Constant Innovation in Quality Control

Pages
Contributors: QCPete
Favorited Favorite 3

Multi-Board Programming

Our first approach to multi-board programming involved multiple programmers, a USB hub, a bunch of cables, and some tricky batch file action.

alt text

It sure did speed up our production runs. Nine at a time was a huge improvement from our previous single board programming methods. But, as with most of our testing equipment, it eventually became out-dated, and we wanted to upgrade it.

It became a bit of a hassle to setup – ensuring that everything was plugged in properly. And over the years, the ribbon cables began to wear out. In November of 2011, we posted a very thorough tutorial on how this ganged-programmer works. Click HERE to check that out. In addition to the hardware design ideas, it actually was a great exercise in using batch files.

About a year after the release of the above programmer, we started having a lot of our technicians computers freeze up mid programming. The famous blue screen of death was happening far too often. We replaced the USB hubs with better quality hubs, and this seemed to help the problem a bit. However, we knew another approach was needed.

We wanted to find a way to program multiple boards simultaneously using one single programmer. Our first thought was to use some sort of amplification or buffer on the programming lines.

To program an AVR using ISP, there are 6 connections that need to be made from the programmer to the target IC:

  • VCC
  • GND
  • RESET
  • SCK
  • MISO
  • MOSI

Experimenting with our logic level converter, we were able to get a few boards to program off one single programmer. Our initial hardware was as follows.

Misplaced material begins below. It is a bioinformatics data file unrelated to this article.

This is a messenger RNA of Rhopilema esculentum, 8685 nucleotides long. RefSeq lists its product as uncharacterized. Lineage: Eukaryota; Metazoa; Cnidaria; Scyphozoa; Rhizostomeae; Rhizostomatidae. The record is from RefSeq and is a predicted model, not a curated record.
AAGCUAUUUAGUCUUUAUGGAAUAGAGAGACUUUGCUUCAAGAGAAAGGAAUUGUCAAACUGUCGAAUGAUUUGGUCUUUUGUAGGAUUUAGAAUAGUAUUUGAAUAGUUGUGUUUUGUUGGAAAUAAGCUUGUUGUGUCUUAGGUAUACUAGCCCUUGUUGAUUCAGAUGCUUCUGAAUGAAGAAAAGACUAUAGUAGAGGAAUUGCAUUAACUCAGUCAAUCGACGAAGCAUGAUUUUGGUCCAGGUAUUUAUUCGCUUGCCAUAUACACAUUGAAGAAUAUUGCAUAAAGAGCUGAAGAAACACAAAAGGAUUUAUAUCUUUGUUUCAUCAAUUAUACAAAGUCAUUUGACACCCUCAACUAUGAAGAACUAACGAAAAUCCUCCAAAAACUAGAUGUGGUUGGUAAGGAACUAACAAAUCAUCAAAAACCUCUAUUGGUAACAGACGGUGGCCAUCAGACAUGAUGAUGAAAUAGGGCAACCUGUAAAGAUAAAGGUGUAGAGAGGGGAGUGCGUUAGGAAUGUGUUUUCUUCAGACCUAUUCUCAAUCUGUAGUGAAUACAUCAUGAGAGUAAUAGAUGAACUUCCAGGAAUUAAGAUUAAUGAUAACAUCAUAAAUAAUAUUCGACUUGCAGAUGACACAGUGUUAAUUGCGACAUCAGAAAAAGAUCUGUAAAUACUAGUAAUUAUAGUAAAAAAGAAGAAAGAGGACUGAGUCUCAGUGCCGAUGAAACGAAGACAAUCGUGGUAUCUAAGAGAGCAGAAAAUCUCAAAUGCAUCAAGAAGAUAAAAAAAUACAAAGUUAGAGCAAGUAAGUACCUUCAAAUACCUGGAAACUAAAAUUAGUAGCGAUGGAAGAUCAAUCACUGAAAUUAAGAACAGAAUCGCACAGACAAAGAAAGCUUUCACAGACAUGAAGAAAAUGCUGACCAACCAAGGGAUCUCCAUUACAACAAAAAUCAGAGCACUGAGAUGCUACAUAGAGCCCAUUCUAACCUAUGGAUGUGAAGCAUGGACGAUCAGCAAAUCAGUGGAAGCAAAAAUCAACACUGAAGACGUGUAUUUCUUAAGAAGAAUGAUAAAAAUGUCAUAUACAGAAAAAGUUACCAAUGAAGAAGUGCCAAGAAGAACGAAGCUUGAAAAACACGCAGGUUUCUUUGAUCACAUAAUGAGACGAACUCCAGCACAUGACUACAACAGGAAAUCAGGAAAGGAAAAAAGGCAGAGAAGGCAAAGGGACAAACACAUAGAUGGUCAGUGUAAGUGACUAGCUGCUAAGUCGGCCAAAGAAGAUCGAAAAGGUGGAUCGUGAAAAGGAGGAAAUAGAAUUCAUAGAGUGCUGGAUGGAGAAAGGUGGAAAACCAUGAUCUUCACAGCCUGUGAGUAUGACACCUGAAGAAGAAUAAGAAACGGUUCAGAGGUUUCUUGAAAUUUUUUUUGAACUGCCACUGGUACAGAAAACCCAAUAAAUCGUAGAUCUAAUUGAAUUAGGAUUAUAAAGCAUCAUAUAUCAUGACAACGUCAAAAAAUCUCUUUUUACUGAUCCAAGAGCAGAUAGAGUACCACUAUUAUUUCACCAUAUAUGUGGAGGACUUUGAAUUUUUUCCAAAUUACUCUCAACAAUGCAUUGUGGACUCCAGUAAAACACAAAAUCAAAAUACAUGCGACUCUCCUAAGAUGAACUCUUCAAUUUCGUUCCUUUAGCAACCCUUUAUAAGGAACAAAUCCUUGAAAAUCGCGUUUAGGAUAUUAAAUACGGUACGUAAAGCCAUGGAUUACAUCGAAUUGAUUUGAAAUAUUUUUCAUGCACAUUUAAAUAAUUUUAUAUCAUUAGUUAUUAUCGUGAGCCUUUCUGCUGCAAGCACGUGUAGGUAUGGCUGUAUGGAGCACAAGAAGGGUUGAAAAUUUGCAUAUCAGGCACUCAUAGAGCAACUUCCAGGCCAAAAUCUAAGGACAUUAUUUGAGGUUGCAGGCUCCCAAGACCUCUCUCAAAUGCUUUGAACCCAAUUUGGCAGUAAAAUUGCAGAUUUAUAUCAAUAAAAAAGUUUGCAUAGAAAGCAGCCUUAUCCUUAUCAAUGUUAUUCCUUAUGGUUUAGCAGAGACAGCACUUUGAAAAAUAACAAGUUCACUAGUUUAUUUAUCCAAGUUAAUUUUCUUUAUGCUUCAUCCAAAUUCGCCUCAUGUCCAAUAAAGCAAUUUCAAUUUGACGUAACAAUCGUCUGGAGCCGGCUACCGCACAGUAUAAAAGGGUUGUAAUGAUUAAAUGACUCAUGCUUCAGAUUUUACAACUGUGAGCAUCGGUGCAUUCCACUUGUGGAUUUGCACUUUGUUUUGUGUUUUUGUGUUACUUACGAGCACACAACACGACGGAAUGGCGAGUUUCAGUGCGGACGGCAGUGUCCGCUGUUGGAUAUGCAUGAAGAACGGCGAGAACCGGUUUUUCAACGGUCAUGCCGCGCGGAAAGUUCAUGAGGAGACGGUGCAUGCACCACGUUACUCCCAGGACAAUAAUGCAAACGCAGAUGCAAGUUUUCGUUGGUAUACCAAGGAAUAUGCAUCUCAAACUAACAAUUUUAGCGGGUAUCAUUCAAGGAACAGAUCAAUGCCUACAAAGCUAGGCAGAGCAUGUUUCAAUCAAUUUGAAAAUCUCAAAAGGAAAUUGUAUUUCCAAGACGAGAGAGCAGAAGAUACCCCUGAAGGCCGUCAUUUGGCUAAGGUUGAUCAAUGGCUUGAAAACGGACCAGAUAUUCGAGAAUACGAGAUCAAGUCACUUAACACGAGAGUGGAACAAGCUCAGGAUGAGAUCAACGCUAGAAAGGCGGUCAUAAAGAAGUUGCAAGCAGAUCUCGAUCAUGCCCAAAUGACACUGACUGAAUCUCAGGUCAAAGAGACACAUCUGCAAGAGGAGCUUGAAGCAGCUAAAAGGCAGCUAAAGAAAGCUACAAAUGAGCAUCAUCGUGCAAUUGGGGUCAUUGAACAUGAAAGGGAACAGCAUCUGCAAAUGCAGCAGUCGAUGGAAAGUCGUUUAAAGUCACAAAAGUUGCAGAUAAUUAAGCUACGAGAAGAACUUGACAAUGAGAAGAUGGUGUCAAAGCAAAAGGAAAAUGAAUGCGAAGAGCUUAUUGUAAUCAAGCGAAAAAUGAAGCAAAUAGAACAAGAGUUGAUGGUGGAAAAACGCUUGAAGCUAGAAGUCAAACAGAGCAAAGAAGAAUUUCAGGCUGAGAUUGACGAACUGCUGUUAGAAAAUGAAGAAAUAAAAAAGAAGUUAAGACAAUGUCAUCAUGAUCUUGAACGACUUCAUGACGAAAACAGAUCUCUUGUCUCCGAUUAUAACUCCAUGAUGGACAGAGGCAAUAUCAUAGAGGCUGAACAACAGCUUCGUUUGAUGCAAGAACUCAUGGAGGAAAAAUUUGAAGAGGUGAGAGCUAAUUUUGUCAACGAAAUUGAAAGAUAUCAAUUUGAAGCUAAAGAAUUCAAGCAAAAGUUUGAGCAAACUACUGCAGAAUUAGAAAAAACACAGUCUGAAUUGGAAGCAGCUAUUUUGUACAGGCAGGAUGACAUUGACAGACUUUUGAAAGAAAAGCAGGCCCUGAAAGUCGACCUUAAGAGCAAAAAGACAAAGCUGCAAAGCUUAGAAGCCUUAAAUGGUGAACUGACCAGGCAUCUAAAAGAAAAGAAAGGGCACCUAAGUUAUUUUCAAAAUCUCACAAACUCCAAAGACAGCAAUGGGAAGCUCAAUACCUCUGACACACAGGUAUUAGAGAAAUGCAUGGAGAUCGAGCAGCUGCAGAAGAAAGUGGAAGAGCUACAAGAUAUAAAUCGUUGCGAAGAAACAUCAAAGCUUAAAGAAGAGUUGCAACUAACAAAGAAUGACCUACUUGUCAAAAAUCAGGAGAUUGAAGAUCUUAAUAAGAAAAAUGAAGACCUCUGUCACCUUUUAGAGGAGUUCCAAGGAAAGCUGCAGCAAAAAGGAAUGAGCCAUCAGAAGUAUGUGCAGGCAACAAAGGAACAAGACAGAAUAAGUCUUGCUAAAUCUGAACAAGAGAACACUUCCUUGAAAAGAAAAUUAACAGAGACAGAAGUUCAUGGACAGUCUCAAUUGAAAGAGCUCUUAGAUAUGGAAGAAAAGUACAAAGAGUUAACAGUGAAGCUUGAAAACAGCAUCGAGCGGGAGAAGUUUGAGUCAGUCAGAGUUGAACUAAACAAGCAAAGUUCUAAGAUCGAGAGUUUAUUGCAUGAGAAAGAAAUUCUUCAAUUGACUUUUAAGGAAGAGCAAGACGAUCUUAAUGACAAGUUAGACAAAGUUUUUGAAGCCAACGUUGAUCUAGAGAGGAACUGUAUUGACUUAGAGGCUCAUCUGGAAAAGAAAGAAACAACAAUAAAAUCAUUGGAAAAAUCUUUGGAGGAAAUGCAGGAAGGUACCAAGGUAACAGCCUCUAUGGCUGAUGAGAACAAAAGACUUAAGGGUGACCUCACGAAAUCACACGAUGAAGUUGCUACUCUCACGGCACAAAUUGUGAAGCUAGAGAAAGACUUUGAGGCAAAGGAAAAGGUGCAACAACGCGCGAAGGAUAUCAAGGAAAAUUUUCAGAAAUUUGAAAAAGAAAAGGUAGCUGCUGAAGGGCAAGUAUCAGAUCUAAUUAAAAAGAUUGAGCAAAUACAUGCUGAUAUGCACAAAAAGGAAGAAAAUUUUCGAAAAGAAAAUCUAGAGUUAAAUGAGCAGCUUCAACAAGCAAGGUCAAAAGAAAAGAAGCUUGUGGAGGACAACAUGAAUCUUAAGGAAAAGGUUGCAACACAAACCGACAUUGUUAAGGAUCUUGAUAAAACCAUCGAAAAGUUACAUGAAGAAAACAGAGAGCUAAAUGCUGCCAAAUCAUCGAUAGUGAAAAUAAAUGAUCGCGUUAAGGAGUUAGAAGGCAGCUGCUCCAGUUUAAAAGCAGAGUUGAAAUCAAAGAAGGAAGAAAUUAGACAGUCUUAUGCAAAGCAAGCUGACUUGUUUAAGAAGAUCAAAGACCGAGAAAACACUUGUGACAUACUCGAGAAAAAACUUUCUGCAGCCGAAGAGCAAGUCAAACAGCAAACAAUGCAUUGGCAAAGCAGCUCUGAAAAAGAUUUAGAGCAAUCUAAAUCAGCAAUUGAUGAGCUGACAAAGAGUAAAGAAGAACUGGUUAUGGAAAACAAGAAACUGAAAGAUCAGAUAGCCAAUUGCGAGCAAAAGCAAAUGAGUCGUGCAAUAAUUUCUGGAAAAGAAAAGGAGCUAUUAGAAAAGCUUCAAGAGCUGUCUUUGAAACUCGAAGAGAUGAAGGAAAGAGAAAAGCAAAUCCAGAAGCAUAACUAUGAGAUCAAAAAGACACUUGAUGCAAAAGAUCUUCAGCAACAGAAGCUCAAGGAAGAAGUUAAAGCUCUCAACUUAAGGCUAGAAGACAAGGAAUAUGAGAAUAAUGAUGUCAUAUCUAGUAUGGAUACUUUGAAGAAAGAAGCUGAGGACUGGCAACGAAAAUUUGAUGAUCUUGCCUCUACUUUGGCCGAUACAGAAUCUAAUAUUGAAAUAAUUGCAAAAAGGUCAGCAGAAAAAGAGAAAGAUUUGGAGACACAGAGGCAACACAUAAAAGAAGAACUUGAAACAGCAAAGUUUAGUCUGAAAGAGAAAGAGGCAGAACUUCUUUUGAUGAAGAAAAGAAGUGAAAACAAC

Physically bussing (as in metal connections on the same net) for the GND, VCC and RESET.

SCK and MOSI needed to be buffered, because these signals were being sent to multiple targets. It seemed that the MKII did not have enough output impedance to program multiple targets, so we sent them through the logic level converter. This way, the signal strength was relying on the HIGH logic pin of the converter and not the output of the MKII.

The MISO line was a little trickier. This line carries communication from the target back to the programmer. And if you have a few targets all trying to talk back to the programmer at the same time, the programmer would not understand the returning data. The solution we found was to have only one single target IC talk back to the programmer. This way, the programmer thought it was only talking with one IC and the remaining target ICs on the bus would simply listen along. We figured we could test the solder joint on the remaining ICs MISO lines with some sort of other testcode later.

alt text

Above is a picture of the first testing hardware to include a buffered programming circuit. It was used for the Arduino Pro Mini. It could program six boards at a time and lived a decent life on the production floor. If you look closely at the top left you can see the prototyping board and logic level converter used on the programing lines. Unfortunately, this is the best picture I could dig up. It has since been upgraded to a new version (that includes a hex converter buffer circuit). The original hardware pictured above must have been tossed into our electronics recycling.

We then incorporated the transistor buffer into the testbed PCB, as show below in the this section of the schematic:

alt text

The latest models in production incorporates a hex converter to amplify the SCK and MISO lines like so:

alt text

Below is a picture of the latest ganged programmer for the 9 Degrees of Freedom - Razor IMU. It programs six boards at a time and only uses one programmer.

alt text

It also has some other advancements including the waffle top, capsense buttons and more. The next few sections of this article are dedicated to some of these other improvements. Read on to learn more.